Stretching from Little Venice in the west to Limehouse in the East, this 8-mile waterway is undoubtedly London’s most important.
Carved out at the beginning of the 19th century under the auspices of the acclaimed John Nash, it was, like so many architectural projects, overambitious and over-budget. It did see plenty of use in its first 100 years though, before it suffered the same decline as the rest of the country’s canals in the early twentieth century with the rise of rail, and later road haulage.
After narrowly dodging conversion into a railway, it limped through to World War II where it saw an increase in traffic as rail lines became overloaded. The closure of the Regents Canal Dock in 1969 effectively ended the canal’s era of trade. By the 1970s its use was solely for leisure and today it remains a beautiful and serene way to walk (or cycle) between a number of London’s boroughs.
Since then, a community of houseboaters, drawn by potential economic advantages and the allure of an untethered lifestyle, has sprung up to take advantage of the canal’s strategic location. Information is scant as to when, exactly, London’s houseboat population began to grow, but today the Residential Boat Owners Association estimates that as many as 15,000 people now call Great Britain’s waterways home. Some lead lives as continuous cruisers, traveling from one location to the next without docking anywhere for more than two weeks at a time, while others opt for the stability of a mooring license, allowing them to rent a permanent space to dock their vessel.
Depending on the type of boat, these homes can double as transport vehicles for running errands or simply enjoying an evening cruise, while others, lacking motors, remain stationary and serve exclusively as floating residences. Liveaboards, as houseboat-dwellers are called, cite freedom, economic advantages, a strong sense of community, and a closeness with nature as reasons for making their home on the water; many can’t imagine returning to a landlocked life.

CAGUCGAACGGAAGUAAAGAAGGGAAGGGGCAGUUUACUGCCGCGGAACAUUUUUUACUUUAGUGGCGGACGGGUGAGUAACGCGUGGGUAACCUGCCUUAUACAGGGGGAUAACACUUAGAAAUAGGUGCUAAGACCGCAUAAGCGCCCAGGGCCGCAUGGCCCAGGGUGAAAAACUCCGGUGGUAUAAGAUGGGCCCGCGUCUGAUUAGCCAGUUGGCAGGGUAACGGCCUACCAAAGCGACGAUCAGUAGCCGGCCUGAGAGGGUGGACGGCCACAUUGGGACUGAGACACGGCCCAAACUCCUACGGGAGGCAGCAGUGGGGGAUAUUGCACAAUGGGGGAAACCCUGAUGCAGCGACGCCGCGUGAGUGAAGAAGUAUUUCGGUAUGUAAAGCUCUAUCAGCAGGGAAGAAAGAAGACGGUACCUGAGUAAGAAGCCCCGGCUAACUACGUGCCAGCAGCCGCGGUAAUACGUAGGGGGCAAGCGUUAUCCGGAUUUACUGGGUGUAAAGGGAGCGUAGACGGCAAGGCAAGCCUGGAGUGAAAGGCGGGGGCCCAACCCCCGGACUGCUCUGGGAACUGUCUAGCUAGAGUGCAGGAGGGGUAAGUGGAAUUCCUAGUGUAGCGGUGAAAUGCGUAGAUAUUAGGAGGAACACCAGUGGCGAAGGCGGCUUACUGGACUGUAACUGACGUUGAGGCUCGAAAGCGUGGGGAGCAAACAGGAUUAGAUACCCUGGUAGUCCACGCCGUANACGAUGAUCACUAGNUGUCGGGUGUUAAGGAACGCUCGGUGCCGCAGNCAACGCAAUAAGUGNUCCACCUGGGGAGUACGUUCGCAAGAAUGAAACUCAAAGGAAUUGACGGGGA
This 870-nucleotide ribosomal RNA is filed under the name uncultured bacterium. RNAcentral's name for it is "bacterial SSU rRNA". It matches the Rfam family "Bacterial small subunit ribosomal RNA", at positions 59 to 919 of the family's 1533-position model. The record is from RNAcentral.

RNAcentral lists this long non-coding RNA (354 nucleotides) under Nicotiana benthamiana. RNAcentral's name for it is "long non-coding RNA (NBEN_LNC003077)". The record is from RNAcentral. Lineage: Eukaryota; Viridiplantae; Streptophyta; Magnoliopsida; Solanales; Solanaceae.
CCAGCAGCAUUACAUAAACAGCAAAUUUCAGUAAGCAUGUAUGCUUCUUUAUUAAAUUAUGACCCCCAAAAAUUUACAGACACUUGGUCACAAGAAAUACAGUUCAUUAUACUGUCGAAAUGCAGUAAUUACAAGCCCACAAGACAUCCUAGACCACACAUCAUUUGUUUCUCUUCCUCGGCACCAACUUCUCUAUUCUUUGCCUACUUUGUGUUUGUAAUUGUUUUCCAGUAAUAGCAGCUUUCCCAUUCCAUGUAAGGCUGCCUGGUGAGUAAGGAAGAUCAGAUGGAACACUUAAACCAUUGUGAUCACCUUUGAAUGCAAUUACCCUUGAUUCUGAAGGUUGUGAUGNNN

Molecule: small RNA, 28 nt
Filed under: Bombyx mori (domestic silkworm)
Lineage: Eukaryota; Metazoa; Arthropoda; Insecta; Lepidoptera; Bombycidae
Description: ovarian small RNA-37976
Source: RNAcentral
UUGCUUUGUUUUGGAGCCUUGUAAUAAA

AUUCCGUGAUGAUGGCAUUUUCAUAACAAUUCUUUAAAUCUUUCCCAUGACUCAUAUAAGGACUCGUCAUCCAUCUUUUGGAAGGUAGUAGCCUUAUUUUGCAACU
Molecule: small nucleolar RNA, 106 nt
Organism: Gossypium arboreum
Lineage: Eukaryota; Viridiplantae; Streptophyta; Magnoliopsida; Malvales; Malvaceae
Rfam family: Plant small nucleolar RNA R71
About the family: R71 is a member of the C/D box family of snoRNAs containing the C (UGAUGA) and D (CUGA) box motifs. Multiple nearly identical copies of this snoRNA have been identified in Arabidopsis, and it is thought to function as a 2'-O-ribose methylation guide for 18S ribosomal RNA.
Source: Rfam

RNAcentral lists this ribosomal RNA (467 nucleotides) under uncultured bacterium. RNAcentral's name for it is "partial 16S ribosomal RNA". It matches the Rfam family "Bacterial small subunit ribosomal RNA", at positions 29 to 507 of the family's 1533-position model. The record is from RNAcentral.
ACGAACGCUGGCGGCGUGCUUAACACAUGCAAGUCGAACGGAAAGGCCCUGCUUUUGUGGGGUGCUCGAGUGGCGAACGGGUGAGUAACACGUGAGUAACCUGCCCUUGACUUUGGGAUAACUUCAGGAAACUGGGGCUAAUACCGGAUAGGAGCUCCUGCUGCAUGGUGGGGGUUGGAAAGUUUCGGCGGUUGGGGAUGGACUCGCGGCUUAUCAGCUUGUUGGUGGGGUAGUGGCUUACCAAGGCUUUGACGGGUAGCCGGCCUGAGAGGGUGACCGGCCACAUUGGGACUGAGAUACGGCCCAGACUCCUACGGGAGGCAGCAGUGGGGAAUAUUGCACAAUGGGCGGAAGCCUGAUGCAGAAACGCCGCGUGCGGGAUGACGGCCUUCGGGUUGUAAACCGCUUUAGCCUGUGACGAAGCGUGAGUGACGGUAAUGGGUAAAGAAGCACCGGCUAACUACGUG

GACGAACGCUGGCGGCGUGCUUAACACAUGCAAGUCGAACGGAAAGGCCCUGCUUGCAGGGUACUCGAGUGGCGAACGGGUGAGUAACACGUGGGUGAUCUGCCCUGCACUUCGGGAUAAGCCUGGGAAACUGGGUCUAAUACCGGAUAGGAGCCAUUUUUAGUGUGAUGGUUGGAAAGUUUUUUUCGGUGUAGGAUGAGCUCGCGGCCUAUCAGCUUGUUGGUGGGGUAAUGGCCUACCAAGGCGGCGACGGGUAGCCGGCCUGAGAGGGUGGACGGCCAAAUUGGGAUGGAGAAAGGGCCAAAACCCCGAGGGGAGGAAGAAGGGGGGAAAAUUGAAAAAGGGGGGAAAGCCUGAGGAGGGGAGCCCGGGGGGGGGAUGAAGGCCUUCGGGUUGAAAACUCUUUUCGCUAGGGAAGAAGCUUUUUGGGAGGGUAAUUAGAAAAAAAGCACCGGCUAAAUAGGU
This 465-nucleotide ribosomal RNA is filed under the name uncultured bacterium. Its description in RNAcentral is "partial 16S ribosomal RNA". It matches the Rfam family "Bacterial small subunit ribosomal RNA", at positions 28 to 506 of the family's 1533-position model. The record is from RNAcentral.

The canal is part of London’s intricate network of canals, basins, locks, and marinas. Inhabitants and travelers along the Regents Canal have easy access to amenities and attractions such as Little Venice, the Kings Cross Railway Station, the London Zoo, Regents Park, and Camden Market, among others. Should residents decide it’s time to drop anchor elsewhere, the canal also provides access to other important waterways such as the Paddington Branch and the River Thames.
If you pass through the Camden section look out for the site of one of London’s most heated graffiti wars - in 2009 Banksy covered most of local legend King Robbo’s 1985 piece with a stencil of a workman pasting up wallpaper, resulting in a huge backlash.